additional 37,600 acres for the buffer for the Dona Ana Range.

                        COMMITTEE RECOMMENDATION

    The Senate Committee on Energy and Natural Resources, in 
open business session on November 14, 2013 by a voice vote of a 
quorum present, recommended that the Senate pass S. 753.

                          COMMITTEE AMENDMENT

    The Committee adopted an amendment during its consideration 
of S. 753. The amendment strikes section 1(c) of the bill as 
introduced, which provided for the transfer of administrative 
jurisdiction over a parcel of previously withdrawn land 
covering approximately 2,050 acres from the Secretary of the 
Army to the Secretary of the Interior, and inserts a new 
subsection (c) revoking the withdrawal of the parcel, and 
providing for its management by the Secretary of the Interior 
as public land in accordance with the Federal Land Policy and 
Management Act.

                      SECTION-BY-SECTION ANALYSIS

    Section 1(a) withdraws for parcels of public land totaling 
approximately 42,700 acres from the operation of the public 
land, mining, and mineral leasing laws.
    Subsection (b) reserves the withdrawn land for use by the 
Secretary of the Army for military purposes in accordance with 
Public Land Order 833.
    Subsection (c) revokes the withdrawal of a parcel of 2,050 
acres previously withdrawn by Public Land Order 833.
    Subsection (d) provides for the publication of a legal 
description of the land withdrawn by subsection (a).

                   COST AND BUDGETARY CONSIDERATIONS

    The following estimate of costs of this measure has been 
provided by the Congressional Budget Office:

S. 753--A bill to provide for national security benefits for White 
        Sands Missile Range and Fort Bliss

    S. 753 would require the Secretary of the Interior to 
withdraw roughly 43,000 acres of federal land in New Mexico 
from the operation of certain public land laws, including laws 
that authorize mineral development and grazing on such lands. 
Those lands would be used by the Army for military purposes. 
The bill also would require the Secretary of the Army to 
transfer administrative jurisdiction over about 2,000 acres of 
land in the same area to the Department of the Interior.
    Based on information provided by the Bureau of Land 
Management (BLM), CBO estimates that implementing the 
legislation would have no significant impact on the federal 
budget. Enacting S. 753 would reduce offsetting receipts, which 
are treated as reductions in direct spending; therefore, pay-
as-you-go procedures apply. However, CBO estimates that any net 
reduction in offsetting receipts would be negligible.
    Some of the affected lands are currently used for cattle 
grazing, and CBO expects that enacting S. 753 would cause BLM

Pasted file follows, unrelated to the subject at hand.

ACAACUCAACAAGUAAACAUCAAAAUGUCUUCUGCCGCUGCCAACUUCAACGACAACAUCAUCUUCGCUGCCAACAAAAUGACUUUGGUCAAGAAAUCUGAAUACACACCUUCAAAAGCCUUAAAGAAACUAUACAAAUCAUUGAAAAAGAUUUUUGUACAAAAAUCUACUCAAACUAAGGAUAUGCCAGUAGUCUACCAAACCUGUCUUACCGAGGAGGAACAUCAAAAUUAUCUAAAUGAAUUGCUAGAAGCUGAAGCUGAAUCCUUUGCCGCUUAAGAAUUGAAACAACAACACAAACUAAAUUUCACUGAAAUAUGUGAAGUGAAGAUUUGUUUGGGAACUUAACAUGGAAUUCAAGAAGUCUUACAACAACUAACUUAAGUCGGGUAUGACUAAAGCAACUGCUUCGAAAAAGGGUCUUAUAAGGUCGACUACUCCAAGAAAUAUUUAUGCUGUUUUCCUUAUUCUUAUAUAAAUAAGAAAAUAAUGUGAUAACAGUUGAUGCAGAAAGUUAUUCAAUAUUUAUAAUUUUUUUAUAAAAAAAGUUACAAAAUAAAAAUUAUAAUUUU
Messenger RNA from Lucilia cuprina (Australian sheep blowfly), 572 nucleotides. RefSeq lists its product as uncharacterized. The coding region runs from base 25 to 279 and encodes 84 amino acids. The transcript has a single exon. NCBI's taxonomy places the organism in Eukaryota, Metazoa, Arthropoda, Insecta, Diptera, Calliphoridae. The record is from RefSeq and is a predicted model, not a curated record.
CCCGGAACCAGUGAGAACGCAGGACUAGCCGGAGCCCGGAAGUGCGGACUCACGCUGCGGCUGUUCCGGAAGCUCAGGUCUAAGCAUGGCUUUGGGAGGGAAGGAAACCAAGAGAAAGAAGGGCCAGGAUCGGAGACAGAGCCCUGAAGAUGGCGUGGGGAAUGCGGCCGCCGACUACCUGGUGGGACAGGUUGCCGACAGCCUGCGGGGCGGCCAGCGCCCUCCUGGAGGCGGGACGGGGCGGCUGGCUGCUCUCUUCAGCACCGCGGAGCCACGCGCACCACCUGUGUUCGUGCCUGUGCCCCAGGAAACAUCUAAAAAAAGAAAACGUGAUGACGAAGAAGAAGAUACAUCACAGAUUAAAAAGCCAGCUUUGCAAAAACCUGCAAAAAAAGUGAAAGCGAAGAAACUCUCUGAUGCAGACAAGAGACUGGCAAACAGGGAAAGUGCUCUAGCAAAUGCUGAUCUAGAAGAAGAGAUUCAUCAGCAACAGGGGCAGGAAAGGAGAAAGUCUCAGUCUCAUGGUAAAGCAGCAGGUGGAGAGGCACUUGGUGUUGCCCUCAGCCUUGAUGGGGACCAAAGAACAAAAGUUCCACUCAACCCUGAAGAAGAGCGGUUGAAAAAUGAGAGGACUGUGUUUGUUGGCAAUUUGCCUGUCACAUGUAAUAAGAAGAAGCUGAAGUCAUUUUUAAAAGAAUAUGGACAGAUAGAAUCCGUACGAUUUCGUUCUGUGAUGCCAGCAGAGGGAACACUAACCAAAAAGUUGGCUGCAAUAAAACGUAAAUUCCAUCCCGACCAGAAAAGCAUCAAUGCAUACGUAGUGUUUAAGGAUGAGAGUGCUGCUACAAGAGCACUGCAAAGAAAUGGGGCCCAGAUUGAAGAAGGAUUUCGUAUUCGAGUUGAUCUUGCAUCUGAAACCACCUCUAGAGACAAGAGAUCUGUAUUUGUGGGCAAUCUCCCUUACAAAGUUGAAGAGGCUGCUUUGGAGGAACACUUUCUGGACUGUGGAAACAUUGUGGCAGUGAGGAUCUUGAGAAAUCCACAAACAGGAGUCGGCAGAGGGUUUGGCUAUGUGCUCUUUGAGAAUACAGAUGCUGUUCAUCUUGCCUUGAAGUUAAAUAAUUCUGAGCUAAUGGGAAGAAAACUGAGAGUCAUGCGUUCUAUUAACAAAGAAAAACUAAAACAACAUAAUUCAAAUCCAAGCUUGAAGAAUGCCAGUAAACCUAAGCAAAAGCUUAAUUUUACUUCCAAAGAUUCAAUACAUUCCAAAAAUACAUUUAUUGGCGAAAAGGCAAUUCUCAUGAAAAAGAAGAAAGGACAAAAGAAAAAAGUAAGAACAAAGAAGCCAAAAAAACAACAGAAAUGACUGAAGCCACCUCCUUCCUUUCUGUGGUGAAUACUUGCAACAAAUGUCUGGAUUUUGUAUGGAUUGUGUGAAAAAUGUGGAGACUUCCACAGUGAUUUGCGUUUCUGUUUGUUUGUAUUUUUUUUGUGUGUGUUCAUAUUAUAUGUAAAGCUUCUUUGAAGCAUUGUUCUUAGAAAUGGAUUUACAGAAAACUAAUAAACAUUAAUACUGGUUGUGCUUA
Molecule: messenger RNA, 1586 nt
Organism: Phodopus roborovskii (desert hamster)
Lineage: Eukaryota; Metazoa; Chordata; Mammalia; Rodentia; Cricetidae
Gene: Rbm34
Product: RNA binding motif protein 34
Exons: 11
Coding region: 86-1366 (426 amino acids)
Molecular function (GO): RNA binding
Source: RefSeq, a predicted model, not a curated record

to terminate existing grazing contracts. Based on information 
provided by the agency, CBO estimates that terminating those 
contracts would reduce offsetting receipts by less than $1,000 
a year over the 2014-2023 period.
    In addition, because the affected lands are already managed 
by the federal government, we estimate that implementing the 
legislation would not affect the costs of managing the lands. 
Finally, CBO estimates that any additional costs to prepare the 
legal description of the affected lands, as required under the 
bill, would total less than $10,000, subject to the 
availability of appropriated funds.
    S. 753 contains no intergovernmental or private-sector 
mandates as defined in the Unfunded Mandates Reform Act and 
would not affect the budgets of state, local, or tribal 
governments.
    On June 12, 2013, CBO transmitted a cost estimate for H.R. 
1299, the White Sands Missile Range Security Enhancement Act, 
as ordered reported by the House Committee on Natural Resources 
on May 15, 2013. Both bills would withdraw federal lands in 
southern New Mexico from the operation of certain public land 
laws. S. 753 also would require the Secretary of the Army to 
transfer administrative jurisdiction over certain lands to the 
Secretary of the Interior. The estimated costs of implementing 
the two bills are similar.
    The CBO staff contact for this estimate is Jeff LaFave. The 
estimate was approved by Theresa Gullo, Deputy Assistant 
Director for Budget Analysis.

                      REGULATORY IMPACT EVALUATION

    In compliance with paragraph 11(b) of rule XXVI of the 
Standing Rules of the Senate, the Committee makes the following 
evaluation of the regulatory impact which would be incurred in 
carrying out S. 753.
    The bill is not a regulatory measure in the sense of 
imposing Government-established standards or significant 
economic responsibilities on private individuals and 
businesses.
    No personal information would be collected in administering 
the program. Therefore, there would be no impact on personal 
privacy.
    Little, if any, additional paperwork would result from the 
enactment of S. 753, as ordered reported.

                   CONGRESSIONALLY DIRECTED SPENDING

    S. 753, as reported, does not contain any congressionally 
directed spending items, limited tax benefits, or limited 
tariff benefits as defined in rule XLIV of the Standing Rules 
of the Senate.

                        EXECUTIVE COMMUNICATIONS

    The testimony provided by the Department of the Interior 
and the Department of the Army on S. 753, at the July 30, 2013, 
Subcommittee on Public Lands, Forests, and Mining hearing 
follows:

    Statement of Ned Farquhar, Deputy Assistant Secretary, Land and 
            Minerals Management, Department of the Interior

    Thank you for the opportunity to present testimony on three 
public land withdrawal bills, S. 753, S. 1169, and S. 1309. S. 
753 seeks to achieve boundary solutions at White Sands Missile 
Range (WSMR) and Fort Bliss in New Mexico. The Administration 
supports S. 753, but would like to work with the Subcommittee 
and the sponsor on technical modifications to the bill. S.